In the age of technology, workers have more choices than ever when it comes to their careers. Gone are the days when having a career meant following a linear path from schooling to training to working for a single company in a traditional office for decades on end. While the majority of people still pursue traditional full- or part-time employment working for established companies and organizations, some people choose a different path.
As author and career coach Carol Eikelberry (1999) explains:
As the conventional 9-to-5 job with one employer becomes less the norm, the new work world presents great opportunities to unconventional people who are flexible and independent and eager to learn.
Opportunities abound, but for many people, having too many options can be overwhelming and may prevent them from pursuing the “unconventional” path that is right for them.
This paper will explore the relationship between job satisfaction and the decision to pursue independent work, including the following questions:
- What is a freelancer?
- What motivates people to pursue independent work?
- What challenges does the aspiring freelancer face?
- How can coaching support people who are considering transitioning from “traditional” employment to working freelance?
- What is a Freelancer?
According to Merriam Webster’s online dictionary (www.merriam-webster.com), “freelancer” is defined as follows:
A person who acts independently without being affiliated with or authorized by an organization; OR a person who pursues a profession without a long-term commitment to any one employer. For the purposes of this paper, the terms “freelance(r)” and “independent work(er)” are used interchangeably and serve as an umbrella for various independent work arrangements, including contracting for companies. Essentially, a freelancer is someone who works outside of a traditional 9-to-5 job.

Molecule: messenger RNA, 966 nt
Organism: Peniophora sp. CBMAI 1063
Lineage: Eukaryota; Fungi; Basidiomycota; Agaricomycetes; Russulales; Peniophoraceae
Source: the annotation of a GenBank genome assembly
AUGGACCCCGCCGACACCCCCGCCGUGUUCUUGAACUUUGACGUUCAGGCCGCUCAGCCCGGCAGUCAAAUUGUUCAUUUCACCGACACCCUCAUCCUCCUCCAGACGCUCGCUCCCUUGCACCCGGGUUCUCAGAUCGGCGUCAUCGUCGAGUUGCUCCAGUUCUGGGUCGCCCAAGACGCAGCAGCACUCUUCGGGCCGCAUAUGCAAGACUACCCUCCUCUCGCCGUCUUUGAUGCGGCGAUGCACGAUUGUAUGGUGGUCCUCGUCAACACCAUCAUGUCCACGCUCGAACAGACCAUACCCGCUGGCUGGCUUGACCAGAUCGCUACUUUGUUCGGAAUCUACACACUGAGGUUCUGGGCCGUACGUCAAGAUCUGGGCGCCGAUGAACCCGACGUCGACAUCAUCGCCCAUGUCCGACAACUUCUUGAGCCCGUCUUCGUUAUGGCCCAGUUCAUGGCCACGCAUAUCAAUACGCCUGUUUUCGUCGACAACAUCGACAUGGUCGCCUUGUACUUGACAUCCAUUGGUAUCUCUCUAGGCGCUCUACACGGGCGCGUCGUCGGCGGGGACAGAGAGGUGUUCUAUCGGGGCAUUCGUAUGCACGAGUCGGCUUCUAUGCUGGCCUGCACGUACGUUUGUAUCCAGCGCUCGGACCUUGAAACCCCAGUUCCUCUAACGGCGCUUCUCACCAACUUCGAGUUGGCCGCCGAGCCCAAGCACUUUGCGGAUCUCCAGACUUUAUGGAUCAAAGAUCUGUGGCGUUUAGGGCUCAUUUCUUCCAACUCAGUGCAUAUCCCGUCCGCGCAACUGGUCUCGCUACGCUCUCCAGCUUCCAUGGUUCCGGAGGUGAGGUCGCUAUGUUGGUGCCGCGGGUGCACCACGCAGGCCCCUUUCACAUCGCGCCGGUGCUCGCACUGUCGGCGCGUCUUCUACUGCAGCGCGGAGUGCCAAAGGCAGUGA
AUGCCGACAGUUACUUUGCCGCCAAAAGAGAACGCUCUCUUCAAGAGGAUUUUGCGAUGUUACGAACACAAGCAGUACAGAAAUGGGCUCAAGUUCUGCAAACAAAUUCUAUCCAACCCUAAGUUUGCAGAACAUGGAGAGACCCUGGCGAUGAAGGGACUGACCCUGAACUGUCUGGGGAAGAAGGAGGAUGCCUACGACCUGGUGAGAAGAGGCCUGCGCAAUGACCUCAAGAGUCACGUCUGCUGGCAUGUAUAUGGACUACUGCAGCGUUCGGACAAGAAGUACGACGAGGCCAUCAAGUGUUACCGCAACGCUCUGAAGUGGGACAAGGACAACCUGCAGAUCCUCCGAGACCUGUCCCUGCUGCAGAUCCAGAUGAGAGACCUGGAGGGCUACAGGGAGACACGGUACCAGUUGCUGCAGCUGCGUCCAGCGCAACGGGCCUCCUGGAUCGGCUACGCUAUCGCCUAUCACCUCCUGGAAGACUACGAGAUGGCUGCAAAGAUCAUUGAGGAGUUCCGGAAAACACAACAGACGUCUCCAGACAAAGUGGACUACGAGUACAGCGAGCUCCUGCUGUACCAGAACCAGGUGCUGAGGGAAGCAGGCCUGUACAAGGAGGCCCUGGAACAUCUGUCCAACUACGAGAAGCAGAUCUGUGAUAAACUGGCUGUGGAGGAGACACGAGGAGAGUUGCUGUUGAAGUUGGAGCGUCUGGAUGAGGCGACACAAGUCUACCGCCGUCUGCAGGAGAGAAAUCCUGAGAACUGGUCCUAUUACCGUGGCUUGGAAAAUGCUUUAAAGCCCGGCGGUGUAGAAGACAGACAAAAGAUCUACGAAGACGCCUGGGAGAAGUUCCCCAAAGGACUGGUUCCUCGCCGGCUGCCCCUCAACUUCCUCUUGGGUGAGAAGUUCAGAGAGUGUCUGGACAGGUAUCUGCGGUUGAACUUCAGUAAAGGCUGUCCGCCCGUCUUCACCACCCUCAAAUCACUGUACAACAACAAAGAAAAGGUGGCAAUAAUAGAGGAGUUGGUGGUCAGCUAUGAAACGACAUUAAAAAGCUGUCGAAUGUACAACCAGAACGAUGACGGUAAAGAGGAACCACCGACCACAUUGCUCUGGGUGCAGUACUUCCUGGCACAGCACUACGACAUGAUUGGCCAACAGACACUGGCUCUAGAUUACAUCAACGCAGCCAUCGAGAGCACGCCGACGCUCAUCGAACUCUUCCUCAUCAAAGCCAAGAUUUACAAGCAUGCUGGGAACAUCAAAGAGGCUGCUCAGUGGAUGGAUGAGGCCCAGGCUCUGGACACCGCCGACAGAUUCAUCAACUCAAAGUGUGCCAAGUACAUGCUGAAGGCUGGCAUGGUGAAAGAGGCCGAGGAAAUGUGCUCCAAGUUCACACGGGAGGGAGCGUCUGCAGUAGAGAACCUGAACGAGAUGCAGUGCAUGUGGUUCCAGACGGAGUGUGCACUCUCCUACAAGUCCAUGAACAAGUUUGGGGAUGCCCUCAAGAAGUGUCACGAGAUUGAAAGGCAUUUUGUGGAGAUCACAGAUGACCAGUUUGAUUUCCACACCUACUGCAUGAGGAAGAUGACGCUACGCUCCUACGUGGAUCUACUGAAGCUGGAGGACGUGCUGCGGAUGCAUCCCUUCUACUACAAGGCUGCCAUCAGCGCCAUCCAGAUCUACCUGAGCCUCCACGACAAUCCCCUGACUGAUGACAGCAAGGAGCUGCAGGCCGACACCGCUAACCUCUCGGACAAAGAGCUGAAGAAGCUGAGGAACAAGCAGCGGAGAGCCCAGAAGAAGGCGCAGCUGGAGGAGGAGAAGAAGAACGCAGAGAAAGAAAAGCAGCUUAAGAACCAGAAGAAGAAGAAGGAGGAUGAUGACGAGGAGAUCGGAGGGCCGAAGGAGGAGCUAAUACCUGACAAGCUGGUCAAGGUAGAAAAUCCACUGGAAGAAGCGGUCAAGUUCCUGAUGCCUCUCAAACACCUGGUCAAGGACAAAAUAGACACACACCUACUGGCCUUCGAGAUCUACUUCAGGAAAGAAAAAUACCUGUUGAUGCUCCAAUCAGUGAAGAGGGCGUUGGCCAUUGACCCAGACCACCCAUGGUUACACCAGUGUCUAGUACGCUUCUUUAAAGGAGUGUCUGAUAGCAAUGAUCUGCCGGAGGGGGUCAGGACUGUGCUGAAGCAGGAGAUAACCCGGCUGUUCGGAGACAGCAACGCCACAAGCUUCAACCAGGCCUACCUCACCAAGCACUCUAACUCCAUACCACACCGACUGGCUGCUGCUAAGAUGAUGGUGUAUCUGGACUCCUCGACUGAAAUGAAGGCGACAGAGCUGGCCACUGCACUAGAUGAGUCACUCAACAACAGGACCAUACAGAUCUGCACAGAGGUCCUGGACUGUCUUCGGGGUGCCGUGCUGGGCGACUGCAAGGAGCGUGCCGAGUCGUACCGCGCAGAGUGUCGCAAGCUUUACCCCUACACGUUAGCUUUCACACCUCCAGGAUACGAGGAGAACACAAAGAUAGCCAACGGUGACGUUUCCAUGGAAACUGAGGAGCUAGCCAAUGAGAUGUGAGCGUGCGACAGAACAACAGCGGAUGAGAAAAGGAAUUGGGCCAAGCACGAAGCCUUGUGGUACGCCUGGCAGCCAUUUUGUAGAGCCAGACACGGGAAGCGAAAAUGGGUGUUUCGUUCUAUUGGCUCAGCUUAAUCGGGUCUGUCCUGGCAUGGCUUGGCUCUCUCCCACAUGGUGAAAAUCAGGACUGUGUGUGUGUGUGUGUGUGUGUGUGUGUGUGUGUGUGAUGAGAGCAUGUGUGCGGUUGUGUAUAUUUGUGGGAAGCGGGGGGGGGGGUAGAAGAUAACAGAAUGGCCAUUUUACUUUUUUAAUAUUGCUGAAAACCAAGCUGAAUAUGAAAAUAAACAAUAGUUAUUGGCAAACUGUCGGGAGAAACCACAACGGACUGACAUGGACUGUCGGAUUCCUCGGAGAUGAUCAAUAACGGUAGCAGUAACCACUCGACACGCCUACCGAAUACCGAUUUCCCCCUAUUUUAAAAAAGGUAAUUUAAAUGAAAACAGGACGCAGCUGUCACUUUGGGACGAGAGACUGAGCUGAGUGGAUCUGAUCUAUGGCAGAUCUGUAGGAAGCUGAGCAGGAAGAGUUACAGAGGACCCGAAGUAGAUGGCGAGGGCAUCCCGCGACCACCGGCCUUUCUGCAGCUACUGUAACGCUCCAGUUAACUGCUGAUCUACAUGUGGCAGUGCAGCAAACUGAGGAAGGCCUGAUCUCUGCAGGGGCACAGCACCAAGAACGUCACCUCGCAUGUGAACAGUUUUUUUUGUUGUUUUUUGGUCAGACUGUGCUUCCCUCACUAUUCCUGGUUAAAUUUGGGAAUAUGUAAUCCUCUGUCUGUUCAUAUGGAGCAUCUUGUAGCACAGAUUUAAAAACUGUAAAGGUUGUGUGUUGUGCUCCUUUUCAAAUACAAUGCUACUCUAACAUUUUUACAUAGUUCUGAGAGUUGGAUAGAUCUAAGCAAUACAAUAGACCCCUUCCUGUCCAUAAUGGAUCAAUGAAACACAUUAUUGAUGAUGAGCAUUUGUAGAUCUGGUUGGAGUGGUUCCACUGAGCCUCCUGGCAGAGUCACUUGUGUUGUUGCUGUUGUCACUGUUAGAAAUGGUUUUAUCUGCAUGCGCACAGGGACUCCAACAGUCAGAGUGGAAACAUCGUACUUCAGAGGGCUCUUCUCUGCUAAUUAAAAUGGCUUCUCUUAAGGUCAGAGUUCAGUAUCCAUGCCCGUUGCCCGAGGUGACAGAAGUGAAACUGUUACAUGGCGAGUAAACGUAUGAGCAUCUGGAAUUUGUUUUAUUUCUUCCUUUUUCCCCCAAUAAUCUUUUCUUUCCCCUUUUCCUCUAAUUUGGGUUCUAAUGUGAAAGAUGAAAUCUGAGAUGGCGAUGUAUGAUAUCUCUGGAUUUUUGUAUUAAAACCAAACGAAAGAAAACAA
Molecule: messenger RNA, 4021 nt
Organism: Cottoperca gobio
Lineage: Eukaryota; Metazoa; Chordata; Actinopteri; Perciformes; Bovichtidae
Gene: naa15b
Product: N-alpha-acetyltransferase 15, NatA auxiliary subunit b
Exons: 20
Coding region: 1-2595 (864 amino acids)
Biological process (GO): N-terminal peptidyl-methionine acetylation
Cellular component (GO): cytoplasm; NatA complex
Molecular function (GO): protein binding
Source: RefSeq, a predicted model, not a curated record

Satisfaction Not Guaranteed
The majority of full-time employed people spend upwards of 40 hours per week at work, and it stands to reason that most people want to feel satisfied by the work they do. But how satisfied is the average worker? According to a 2011 survey, 83 percent of respondents reported feeling “very” or “somewhat” satisfied with their current job (Society for Human Resource Management, 2011). At first glance, it seems like good news that the majority of the workforce reports feeling content. However, upon closer inspection that number proves to be a bit misleading.
When separated out by age group, the study found that only 29 percent of workers aged 31 to 61 report being “very satisfied”, compared with 52 percent of those aged 67 and older (SHRM, 2011). Why do older people feel more content at work? It could be because they are only a few years away from retirement and can see the proverbial light at the end of the tunnel. Or perhaps life experience plays a part. In any case, the fact that over 70 percent of younger workers do not feel “very satisfied” paints a rather bleak picture.
In addition to age, there are many factors that influence employees’ levels of satisfaction at work. According to the survey, job security topped the list of most important determinants of job satisfaction, followed closely by opportunities to use skills and abilities (SHRM, 2011). Eikelberry (1999) points out that studies show that underutilization of workers’ skills and abilities is correlated not only with job dissatisfaction, but with low self-esteem and depression. For those who want more opportunities to use their natural skills, abilities and creativity, freelancing can be an attractive option.
Fitting In vs Striking Out